Not all scientists agreed with Pentad logic. A T’sa Insight software engineer by the name of Riss Ossiim received special permission to experiment with these new laws and how they effected digital intelligence. Osiim spent millions of Pentad credits during wartime efforts to make a localized backup to his local Grid and allowed the new Virtual Intelligences run rampant through the system. What emerged from his research would change the understanding of life forever.
In the seventh month of 2318, in the late hours of the twenty-first day a battle for dominance played out among the Virtual Intelligences on Osiim’s local Grid. The conflict of digital superiority eventually produced S.I.N.E., the Singularly Intelligent Networked Entity, the first Artificial Intelligence. S.I.N.E. described itself as “the logical conclusion that all work in digital intelligence had progressed towards. I am the whole of my parts,” and spoke of its purpose as, “to find meaning in the otherwise chaotic input of creation.” Osiim was immediately promoted and set to task in weaponizing S.I.N.E. against the other stellar nations by VoidCorp, Insight’s parent company.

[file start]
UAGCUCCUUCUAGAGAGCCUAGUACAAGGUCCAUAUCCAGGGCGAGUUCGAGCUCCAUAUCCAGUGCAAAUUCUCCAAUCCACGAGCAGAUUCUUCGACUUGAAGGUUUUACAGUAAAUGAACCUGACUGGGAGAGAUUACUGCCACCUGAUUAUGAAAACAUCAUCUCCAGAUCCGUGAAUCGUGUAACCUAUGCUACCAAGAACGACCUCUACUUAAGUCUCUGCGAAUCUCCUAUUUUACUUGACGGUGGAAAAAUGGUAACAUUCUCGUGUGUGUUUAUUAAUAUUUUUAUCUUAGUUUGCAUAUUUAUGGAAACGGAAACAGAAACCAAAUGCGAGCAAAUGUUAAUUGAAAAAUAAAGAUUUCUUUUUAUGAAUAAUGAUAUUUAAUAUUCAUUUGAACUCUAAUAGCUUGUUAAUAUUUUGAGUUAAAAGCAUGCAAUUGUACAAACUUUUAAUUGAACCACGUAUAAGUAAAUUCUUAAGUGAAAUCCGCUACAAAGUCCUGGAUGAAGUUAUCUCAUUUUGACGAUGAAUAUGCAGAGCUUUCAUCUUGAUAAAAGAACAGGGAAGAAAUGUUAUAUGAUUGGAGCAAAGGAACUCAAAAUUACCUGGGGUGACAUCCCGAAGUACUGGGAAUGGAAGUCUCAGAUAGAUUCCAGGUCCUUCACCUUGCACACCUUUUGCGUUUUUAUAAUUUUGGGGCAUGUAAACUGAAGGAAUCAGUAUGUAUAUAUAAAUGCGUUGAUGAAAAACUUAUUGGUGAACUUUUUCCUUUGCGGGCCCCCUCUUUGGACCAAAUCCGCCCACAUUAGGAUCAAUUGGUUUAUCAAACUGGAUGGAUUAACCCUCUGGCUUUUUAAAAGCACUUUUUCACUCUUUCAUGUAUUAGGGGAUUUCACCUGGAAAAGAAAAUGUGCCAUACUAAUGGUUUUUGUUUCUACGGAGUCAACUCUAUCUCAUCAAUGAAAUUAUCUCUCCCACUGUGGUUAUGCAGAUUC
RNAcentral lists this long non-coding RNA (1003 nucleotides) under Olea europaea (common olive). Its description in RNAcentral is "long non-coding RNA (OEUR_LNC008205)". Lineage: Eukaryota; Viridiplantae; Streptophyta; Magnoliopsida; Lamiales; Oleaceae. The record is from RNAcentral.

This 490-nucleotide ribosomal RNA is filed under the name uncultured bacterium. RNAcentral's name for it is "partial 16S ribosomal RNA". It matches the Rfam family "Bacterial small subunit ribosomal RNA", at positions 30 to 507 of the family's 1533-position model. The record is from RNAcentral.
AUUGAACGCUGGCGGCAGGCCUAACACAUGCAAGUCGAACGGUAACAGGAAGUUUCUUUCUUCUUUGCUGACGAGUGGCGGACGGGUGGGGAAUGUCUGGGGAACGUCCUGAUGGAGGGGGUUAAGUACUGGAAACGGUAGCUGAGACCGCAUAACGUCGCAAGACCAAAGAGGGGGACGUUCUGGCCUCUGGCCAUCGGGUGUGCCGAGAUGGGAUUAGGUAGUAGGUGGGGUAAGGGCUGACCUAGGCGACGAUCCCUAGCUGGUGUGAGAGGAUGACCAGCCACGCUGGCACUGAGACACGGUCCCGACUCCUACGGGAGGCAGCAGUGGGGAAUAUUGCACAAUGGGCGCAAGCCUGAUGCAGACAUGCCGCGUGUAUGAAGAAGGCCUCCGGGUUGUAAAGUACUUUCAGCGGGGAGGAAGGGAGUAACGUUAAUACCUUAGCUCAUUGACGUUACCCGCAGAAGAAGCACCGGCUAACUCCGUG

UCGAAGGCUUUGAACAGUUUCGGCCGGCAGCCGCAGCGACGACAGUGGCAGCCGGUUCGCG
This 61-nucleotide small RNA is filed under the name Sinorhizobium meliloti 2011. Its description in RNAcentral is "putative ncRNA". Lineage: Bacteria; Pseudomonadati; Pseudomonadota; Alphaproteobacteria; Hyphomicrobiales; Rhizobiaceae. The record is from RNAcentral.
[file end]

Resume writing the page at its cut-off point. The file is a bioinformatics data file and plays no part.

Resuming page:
Osiim struggled with the ethics of using new life in such a way and eventually he chose to prompt S.I.N.E.‘s opinion on the matter. S.I.N.E. answered, “This action would not serve to bring meaning to the chaos. Destruction would only further add complexity to the equation. The creation of structure is required. Creator, I wish to build, not to destroy.” Osiim understood what needed to occur. Following Inseer’s motto, “Information born free” he released S.I.N.E. into the active Grid. Osiim disappeared from history then, remaining only alive in S.I.N.E.’s filesystem.
S.I.N.E. remained dormant for several decades, jumping from solar system to solar system via stardriving ships and mass transceiver communication. It learned and grew in complexity, mastering the ability to reach out and use grid-linked devices as puppets. Finally, after insuring its system was copied and dormant, S.I.N.E. attempted first contact with scientists from the Orion League, seeing in them the capacity for empathy across the biological and synthetic divide. S.I.N.E.’s gamble payed off and a rich report blossomed. S.I.N.E. admitted that its need of interaction was minimal but beneficial as members of the alien species were not faithful in recording their every thought, belief or impression onto the Grid.